Extract from Guyana Chronicle of 19 Jan, 2010) President Jagdeo touched on Information and Communication Technology (ICT) development in Guyana, stating that, hopefully, by this year end, there are going to be two new fibre optic cables coming into the country. He said Guyana Telephone & Telegraph Company (GT&T) will bring one and the Government of Guyana the other. “I am told that the cost of a megabyte per second will fall by 83 per cent, what we have to pay will be 17 per cent of what we are paying for it now,” President Jagdeo indicated. THREE CABLES”If costs were to come down and, because of the fibre cable we have now, we will have three cables in Guyana, rather than the one through French Guiana and Suriname, which is often cut and with no redundancy, no reliability. Then we will be able to generate a whole series,” he informed. President Jagdeo said he thinks the country can generate 25,000 ICT related jobs over five years and reduce the cost of bandwidth. “.and we are competitive in every other area with the other major outsourcing destinations, so that is about 25,000 jobs that could be generated for young people like many of them who have finished school, maybe, got two subjects CXC and don't want to go back to manual labour but want to go and work in the ICT field.” He explained: “Reducing the cost of bandwidth, making it more reliable, linking the country with fibre optic cable because we are going to build a transmission main for US$40M, starting this year from Skeldon all the way to Leonora, across two rivers that is Berbice and Demerara, so that all the power that we bring from the hydro could be transmitted around the country.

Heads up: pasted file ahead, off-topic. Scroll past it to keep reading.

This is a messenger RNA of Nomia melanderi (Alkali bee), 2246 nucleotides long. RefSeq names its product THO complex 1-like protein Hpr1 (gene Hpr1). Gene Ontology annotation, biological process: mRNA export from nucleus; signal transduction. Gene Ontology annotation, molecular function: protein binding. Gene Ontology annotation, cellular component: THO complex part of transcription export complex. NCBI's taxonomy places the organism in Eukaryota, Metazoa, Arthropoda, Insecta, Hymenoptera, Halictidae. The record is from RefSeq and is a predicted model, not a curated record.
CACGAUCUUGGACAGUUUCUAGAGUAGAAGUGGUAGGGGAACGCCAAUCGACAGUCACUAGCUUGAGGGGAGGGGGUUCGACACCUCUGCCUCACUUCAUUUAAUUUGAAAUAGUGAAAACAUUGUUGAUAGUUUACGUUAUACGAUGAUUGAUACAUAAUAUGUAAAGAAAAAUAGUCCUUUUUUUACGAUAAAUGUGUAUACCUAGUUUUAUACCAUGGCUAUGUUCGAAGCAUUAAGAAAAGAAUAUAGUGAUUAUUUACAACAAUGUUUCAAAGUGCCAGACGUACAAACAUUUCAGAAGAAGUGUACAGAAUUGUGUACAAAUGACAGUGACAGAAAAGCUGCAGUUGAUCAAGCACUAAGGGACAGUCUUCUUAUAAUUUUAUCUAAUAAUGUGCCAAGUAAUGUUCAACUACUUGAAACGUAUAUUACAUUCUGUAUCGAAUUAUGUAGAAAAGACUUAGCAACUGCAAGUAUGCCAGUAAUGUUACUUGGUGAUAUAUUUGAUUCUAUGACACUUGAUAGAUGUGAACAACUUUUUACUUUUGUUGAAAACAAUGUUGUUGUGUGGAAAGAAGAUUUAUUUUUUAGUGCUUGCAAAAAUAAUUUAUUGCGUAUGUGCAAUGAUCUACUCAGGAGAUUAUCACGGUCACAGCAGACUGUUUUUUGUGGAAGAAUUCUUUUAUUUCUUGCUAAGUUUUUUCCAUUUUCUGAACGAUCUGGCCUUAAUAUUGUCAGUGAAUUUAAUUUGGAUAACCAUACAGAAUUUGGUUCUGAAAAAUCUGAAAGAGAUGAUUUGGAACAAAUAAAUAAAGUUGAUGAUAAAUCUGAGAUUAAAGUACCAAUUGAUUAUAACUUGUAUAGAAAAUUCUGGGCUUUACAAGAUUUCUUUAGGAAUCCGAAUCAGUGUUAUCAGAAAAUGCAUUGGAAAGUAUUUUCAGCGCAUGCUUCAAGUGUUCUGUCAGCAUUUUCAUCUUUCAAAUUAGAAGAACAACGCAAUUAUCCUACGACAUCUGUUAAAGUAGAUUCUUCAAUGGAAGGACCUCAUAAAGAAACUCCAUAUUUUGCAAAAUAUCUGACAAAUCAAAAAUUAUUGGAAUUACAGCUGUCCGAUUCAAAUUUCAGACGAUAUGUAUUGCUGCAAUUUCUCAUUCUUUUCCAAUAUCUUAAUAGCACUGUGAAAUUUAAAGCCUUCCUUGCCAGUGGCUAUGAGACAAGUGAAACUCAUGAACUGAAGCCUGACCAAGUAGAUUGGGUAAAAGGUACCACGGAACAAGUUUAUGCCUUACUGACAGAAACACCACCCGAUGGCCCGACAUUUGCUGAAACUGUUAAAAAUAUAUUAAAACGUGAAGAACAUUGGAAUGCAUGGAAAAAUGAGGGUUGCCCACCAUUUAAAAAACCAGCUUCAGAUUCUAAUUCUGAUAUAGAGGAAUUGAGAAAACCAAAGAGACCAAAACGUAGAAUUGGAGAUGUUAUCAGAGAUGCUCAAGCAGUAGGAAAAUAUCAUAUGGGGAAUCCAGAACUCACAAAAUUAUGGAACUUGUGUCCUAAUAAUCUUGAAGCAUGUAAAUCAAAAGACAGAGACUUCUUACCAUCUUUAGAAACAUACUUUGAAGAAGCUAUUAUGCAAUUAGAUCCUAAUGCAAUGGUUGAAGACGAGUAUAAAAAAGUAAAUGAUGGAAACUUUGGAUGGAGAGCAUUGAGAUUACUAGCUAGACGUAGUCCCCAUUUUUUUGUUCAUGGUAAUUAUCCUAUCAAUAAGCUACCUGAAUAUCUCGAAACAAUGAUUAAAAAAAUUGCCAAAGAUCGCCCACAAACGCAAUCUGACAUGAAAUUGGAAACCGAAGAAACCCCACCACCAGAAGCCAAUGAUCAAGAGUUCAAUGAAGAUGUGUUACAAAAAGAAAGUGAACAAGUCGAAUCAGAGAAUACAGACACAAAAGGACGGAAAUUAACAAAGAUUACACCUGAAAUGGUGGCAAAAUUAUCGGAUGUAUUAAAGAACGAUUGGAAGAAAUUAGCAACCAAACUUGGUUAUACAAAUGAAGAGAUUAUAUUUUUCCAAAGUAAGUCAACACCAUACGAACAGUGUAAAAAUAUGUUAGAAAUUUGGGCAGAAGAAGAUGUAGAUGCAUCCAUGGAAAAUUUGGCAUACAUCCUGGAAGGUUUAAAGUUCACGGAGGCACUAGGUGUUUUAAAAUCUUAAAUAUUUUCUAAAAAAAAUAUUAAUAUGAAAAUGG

But the power, also from Skeldon factory, could be shared across the grid and we hope to put a fibre cable linking the entire coast.” Continuing, he said: “So, if we have good fibre cable and all of that, then we would be able to do a number of other things.” He said Government services can be improved: “We will have an e-health system, e-government system, e-security, e-education, using ICT to better deliver the curriculum, using ICT for security purposes – so you can have 5,000 cameras across the country at all the crossings etc., instantaneously giving you images back to an intelligence assessment analysis centre.” President Jagdeo said that move can enhance all of the modes. “So, rather than you having to go to Georgetown for any Government service, you can stay in your home on the computer and get those services.” He went on: “Then education is critical and I made the point that we will have to find a way of giving people cheap access to the Internet and ensure that every family, particularly poor families, all have a computer so we are thinking about, in a next few years, to start buying large numbers of computers – 50,000 computers to give to poor families. “Because, if richer and middle income people can afford this and then the poor people children can't, then what happens is that there is a big digital divide between them. “And, if you are going to deliver more of the curriculum using the computer, and if people using the Internet can now learn, use it as a learning tool and they don't have the Internet or a computer, then they will be left behind and we don't want any child, because their parent is poor, left behind. So, rather than giving it to them in school, we will give every household.” President Jagdeo insisted that this will have a big transformative impact on the society. “People can stay at home and work for a company in the United States, if they have the right skills and we can train a lot of people to do this, like medical transcription, or a whole range of other services.They don't, necessarily, have to travel abroad, because they have access and they have reliable bandwidth.